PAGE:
Evaluate How Plate Tectonic Theory Helps Our Understanding of the Distribution of Seismic and Volcanic Events (40 Marks)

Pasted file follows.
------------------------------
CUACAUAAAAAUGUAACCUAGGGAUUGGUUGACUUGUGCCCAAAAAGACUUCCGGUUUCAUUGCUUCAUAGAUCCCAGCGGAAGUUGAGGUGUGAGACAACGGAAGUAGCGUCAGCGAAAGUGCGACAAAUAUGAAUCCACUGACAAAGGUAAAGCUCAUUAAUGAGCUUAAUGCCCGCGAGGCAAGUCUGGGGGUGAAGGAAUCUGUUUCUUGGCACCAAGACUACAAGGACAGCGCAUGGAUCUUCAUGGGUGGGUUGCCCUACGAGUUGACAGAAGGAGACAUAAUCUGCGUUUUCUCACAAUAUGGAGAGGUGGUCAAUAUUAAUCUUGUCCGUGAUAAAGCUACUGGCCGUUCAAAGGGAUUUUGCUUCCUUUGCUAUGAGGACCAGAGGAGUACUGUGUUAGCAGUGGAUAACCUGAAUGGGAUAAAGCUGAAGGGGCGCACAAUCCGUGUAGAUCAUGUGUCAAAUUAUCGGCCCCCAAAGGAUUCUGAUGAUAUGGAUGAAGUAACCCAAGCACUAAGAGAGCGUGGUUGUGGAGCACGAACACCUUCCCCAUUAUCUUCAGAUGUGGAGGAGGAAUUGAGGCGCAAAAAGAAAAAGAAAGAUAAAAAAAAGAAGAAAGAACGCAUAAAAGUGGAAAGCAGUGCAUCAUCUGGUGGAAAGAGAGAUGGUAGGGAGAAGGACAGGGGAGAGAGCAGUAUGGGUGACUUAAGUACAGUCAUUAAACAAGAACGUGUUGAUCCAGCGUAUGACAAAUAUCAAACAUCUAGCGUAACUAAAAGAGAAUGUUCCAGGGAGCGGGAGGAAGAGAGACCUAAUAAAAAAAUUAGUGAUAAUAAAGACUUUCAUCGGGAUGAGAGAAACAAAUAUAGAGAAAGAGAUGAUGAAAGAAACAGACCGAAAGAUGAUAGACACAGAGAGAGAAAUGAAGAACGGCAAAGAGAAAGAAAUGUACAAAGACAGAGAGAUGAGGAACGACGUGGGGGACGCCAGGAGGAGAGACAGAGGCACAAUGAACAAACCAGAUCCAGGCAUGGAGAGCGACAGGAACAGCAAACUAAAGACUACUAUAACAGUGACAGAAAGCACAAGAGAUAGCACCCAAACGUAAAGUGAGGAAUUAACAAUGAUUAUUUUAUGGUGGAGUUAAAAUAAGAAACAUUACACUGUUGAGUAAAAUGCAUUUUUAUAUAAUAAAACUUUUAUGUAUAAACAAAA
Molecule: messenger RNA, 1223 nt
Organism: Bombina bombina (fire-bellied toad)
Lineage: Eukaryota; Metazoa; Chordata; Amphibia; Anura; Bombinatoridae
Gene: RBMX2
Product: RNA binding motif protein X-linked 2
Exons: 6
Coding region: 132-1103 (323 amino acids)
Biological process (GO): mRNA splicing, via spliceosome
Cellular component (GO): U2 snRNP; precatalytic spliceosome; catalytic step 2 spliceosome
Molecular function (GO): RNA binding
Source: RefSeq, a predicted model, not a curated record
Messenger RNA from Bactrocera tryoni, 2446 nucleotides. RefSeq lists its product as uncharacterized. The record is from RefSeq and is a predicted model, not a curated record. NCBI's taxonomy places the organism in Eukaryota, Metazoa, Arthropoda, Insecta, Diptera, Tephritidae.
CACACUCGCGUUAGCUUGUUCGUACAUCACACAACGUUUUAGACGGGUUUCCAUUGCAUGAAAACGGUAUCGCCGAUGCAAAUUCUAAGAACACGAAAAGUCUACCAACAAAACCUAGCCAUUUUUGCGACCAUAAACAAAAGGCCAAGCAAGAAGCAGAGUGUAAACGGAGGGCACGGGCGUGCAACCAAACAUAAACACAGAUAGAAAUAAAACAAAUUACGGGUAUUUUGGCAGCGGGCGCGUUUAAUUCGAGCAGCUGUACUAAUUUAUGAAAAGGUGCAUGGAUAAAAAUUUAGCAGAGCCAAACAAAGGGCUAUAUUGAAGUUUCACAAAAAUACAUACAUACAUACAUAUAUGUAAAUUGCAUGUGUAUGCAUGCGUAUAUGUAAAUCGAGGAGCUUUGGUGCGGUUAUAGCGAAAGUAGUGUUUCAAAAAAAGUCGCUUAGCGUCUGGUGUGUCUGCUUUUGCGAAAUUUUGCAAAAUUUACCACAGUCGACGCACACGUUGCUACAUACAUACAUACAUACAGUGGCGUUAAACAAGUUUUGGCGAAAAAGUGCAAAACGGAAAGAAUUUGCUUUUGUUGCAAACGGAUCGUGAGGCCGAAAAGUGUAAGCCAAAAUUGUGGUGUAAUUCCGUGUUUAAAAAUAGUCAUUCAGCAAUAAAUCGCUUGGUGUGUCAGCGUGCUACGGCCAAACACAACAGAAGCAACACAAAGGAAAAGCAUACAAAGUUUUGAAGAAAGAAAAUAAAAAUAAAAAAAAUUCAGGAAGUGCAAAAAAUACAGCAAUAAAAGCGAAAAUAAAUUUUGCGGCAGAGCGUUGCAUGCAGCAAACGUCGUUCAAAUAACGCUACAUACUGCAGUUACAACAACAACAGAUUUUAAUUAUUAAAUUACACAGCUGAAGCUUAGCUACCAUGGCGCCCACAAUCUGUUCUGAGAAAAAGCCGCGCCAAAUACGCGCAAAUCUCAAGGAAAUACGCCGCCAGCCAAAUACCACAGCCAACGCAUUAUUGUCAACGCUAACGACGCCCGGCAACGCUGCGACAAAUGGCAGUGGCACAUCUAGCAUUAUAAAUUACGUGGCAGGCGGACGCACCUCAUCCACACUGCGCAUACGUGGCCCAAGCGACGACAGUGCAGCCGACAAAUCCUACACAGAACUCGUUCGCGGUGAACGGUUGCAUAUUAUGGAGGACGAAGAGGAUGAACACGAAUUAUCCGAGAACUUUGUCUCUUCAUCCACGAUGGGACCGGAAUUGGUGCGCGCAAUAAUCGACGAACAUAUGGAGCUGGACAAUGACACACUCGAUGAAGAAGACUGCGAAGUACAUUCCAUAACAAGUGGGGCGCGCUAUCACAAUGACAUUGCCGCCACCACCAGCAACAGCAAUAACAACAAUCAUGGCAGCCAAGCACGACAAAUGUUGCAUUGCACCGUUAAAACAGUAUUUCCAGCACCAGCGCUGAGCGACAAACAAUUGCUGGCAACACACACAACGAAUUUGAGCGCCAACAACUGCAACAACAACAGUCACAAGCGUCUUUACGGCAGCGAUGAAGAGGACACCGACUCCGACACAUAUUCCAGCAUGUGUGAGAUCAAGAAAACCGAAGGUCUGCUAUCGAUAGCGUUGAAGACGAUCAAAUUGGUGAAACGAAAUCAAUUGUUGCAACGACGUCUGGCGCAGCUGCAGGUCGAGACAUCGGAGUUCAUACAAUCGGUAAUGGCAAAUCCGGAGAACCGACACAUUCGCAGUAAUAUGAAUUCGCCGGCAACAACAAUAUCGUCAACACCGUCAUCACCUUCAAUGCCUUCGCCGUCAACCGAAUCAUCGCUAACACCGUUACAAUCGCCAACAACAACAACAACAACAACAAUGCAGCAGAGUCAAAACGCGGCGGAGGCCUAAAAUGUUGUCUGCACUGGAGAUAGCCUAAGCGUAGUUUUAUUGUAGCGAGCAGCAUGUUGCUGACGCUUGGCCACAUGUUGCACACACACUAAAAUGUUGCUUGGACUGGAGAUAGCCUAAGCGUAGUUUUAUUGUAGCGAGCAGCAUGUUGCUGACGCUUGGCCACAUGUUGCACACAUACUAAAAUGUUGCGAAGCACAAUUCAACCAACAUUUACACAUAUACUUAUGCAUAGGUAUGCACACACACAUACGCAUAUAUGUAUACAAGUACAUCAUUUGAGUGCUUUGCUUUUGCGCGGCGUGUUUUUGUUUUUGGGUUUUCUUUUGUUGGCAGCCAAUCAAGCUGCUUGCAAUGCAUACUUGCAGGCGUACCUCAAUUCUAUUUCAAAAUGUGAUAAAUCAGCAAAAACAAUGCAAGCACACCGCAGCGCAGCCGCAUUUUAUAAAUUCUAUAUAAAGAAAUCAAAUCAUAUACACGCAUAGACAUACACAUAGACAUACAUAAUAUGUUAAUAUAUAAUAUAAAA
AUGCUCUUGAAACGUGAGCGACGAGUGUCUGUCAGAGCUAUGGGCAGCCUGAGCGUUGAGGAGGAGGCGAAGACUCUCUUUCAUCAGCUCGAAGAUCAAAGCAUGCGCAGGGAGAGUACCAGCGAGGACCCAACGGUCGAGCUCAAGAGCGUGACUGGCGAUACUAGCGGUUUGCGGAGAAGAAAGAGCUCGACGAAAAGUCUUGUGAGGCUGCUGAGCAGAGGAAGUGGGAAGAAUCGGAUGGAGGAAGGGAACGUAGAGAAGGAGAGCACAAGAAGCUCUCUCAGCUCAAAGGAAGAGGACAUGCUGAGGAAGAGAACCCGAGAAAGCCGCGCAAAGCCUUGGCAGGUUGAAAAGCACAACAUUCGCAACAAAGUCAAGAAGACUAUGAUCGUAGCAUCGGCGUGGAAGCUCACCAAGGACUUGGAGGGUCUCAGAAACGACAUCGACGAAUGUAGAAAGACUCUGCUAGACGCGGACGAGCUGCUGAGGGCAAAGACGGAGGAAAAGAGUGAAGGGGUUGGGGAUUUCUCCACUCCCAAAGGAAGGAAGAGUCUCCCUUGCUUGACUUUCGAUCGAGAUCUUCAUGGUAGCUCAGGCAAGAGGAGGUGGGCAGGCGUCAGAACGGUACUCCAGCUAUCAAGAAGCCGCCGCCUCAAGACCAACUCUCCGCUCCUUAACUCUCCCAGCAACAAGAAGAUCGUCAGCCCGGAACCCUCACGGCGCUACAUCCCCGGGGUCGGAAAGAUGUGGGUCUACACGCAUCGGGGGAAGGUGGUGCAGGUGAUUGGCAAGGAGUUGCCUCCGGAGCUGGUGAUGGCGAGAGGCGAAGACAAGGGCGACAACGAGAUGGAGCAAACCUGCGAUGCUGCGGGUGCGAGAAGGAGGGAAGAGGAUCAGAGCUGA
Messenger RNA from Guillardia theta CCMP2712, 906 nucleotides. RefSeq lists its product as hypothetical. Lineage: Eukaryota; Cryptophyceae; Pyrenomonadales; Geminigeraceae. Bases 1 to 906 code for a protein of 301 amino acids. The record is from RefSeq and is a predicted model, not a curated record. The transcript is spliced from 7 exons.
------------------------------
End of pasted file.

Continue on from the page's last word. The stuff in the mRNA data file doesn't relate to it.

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Evaluate how Plate Tectonic Theory helps our Understanding of the Distribution of Seismic and Volcanic Events (40 marks) The Plate Tectonic Theory developed in the late 1960’s, when people noticed how continents either side of the Atlantic Ocean seemed to almost fit together. Francis Bacon, an English Philosopher was aware of this as early as 1620. Topographical and geological evidence built up and allowed Alfred Wegener to publish a theory in 1912, suggesting that the continents were once all joined together in a supercontinent he called Pangaea. Wegener proposed that at some time, the land masses had drifted apart until they occupied their current positions on the globe. There was lots of evidence to support his theory including Continental Fit. Sometimes continents, such as the west of Africa and the eastern seaboard of South America, seem to fit together if placed beside each other. This is particularly true is the continental shelves are taken into account as the true edges of the land masses. There is also Geological Evidence where rocks of the same age and type and displaying the same formations, such as in south-east Brazil and South Africa. The trends of the mountains are also similar in eastern USA and North-west Europe. Similar glacial deposits are found in Antarctica, South America and India, which are now many kilometres apart. Climatological Evidence shows that places as far apart as Antarctica, North America and the UK all contain coal deposits of a similar age that were formed in tropical conditions. They are no longer in tropical climate zones and must have drifted apart since the Carboniferous period. Biological Evidence shows that similar fossil formations are found on either side of the Atlantic. Plant remains from humid swamps that later formed coal deposits have been found in India and Antarctica. Although Wegener had convincing evidence for continental drift, people were quick to point out that there was no explanation of the mechanism by...
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